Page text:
The Basic Steps Of Estate Planning With Your Bethesda Estate Lawyers Part 2

In today’s ever-changing society, it’s important plan for the succession of your estate and the financial security of your children. While writing a will is a great way to finalize your last directives and wishes, it often is not enough to properly cover the your entire estate. Writing wills and estate plans can be an involved process that requires a lot of planning and an intense attention to detail. By properly executing your estate, you are succeeding in caring for your family, delivering inheritances, taking care of any debts, and avoiding the probate process when possible. JDKatz is here to serve as your estate lawyers in Maryland, delivering comprehensive support through each facet of estate law to try and help deliver an ideal outcome for your needs. Our team is staffed by some of the most experienced estate planning attorneys in the country, partnering with other professionals to provide tax, criminal, and legal litigation and support services to try and provide an optimal outcome for your unique needs.

Estate planning can be an intensive process for many people, requiring a number of tasks to be accomplished in an accurate and timely order to avoid any costly setbacks. Many of the individuals our Bethesda estate attorneys speak with are not sure as to the full scope of what estate planning is, which is why today’s blog post will continue to discuss the basics of establishing a well-rounded plan.

Designating Beneficiaries

Naming beneficiaries for your bank accounts, insurance plans, and retirement plans can go a long ways in helping your family avoid the probate process. When entered correctly, other properties such as stocks and bonds will be eligible for a seamless transfer process. Upon filing your beneficiary forms, your finances from the mentioned institutions will be “payable on death,” meaning that the process of dispensing assets to your named beneficiary is automatic in nature.

Protecting Your Children’s Inheritances

Inheritances can be complicated for immediate family members, and when your estate includes any minor children as beneficiaries, it can be difficult to navigate the best outcome for your kids. Most estate plans involve contingencies for this scenario, where a trusted adult is named as a property guardian to oversee the responsibility of any property or financial assets that are passed into your minor children. This custodian will be held to laws and governances surrounding the Uniform Transfer to Minors Act (UTMA), which is held in one form or another in almost every state. Once the child reaches the minimum age (21 being the norm), they receive full control of the assets. You can choose to either designate a new adult to be the property guardian, or you can elect to give your child’s personal guardian the property powers. It’s important to protect what you have set aside for your young children, and our estate attorneys are here to ensure that the best steps are taken for a secure future.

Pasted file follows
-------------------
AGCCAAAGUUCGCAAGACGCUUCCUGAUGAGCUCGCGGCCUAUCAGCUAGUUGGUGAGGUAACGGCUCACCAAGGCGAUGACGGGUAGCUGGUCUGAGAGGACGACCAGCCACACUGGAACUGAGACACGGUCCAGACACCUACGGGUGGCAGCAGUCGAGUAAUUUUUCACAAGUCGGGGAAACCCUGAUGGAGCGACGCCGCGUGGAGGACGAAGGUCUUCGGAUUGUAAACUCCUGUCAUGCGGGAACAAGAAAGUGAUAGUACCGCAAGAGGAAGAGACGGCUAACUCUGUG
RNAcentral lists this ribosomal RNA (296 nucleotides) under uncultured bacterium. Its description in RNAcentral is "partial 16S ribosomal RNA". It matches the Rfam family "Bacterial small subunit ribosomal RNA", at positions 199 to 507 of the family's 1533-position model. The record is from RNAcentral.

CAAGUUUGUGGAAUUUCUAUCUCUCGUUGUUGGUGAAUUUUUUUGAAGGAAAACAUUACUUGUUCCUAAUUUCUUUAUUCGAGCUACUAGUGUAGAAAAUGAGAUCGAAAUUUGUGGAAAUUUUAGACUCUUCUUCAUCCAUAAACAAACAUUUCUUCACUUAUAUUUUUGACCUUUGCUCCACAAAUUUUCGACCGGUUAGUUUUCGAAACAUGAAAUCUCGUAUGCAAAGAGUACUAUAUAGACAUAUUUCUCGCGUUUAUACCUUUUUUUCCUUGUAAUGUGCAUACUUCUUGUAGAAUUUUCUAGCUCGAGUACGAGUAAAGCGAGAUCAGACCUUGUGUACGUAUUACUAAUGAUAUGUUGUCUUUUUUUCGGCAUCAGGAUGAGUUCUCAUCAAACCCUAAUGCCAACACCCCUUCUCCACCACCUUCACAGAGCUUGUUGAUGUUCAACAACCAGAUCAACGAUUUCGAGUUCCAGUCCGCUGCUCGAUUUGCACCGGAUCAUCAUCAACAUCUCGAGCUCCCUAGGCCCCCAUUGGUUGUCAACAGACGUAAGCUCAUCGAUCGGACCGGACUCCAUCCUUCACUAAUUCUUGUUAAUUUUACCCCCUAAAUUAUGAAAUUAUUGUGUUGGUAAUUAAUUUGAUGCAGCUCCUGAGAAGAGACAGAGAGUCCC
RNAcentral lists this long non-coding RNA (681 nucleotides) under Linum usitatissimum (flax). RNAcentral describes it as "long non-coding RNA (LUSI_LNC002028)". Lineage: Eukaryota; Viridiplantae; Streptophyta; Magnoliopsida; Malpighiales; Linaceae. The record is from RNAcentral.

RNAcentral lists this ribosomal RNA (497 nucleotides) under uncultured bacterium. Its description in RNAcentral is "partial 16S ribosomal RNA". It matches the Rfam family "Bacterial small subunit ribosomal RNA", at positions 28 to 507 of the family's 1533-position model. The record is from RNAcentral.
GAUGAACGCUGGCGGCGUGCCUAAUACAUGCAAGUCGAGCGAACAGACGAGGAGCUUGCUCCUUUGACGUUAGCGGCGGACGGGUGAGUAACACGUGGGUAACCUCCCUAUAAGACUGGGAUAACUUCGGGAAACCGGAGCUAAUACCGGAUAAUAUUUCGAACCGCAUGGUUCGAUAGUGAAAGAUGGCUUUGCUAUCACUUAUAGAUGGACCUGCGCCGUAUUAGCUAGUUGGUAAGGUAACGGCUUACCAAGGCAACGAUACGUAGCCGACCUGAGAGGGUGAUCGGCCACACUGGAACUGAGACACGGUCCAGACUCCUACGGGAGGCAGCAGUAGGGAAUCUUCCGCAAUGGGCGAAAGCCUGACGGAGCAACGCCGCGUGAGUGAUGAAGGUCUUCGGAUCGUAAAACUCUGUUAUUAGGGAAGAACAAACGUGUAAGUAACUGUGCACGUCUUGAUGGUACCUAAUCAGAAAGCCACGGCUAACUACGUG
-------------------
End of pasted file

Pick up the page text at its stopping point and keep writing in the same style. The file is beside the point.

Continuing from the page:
Deciding Life Insurance Plans

While having a life insurance policy is not required, estate planning often involves the use of life insurance to help cover any costs leading up to and following your passing. Generally, people include life insurance to pay for:

  • Existing debts
  • Estate or income taxes
  • Funeral expenses

It is also beneficial to obtain life insurance if you have people depending on your income to survive, including children and your spouse. While there are many benefits to purchasing a life insurance policy for your estate plan, it may not be the best approach for everyone. Some individuals, such as high-earning adults with no children, may be better off not investing in a policy. As always our estate planning attorneys are here to help.

Covering Funeral Costs

Modern funeral homes claim that the average funeral today can cost between $7,000 and $10,000. In 2012, the National Association of Funeral Directors (NFDA) released results that placed the average cost nationwide to be $7,045. A Maryland survey found that today’s cost is closer to $11,000, with prices sure to increase over time. Planning and financing a funeral is not a fun task, but doing so can avoid a lot stress and complications for your family upon your death. Proper estate planning can help you plan for this expense, whether it be from an automatically transferred bank account or from a life insurance payout.

Planning for the end of your life may not sound like an ideal project, but doing so can have far-reaching benefits for your family and your estate. In our next blog post, we’ll conclude our three-part series by discussing the importance of having a succession plan. If you’re in need of help with estate planning in the Bethesda, JDKatz is here to help. Our experienced team of estate lawyers help our Maryland and Washington, D.C. clients to find the best outcome for their unique situations. From tax advice to criminal litigation, our legal team is here to fight for you. Contact us today to learn more about our estate planning services.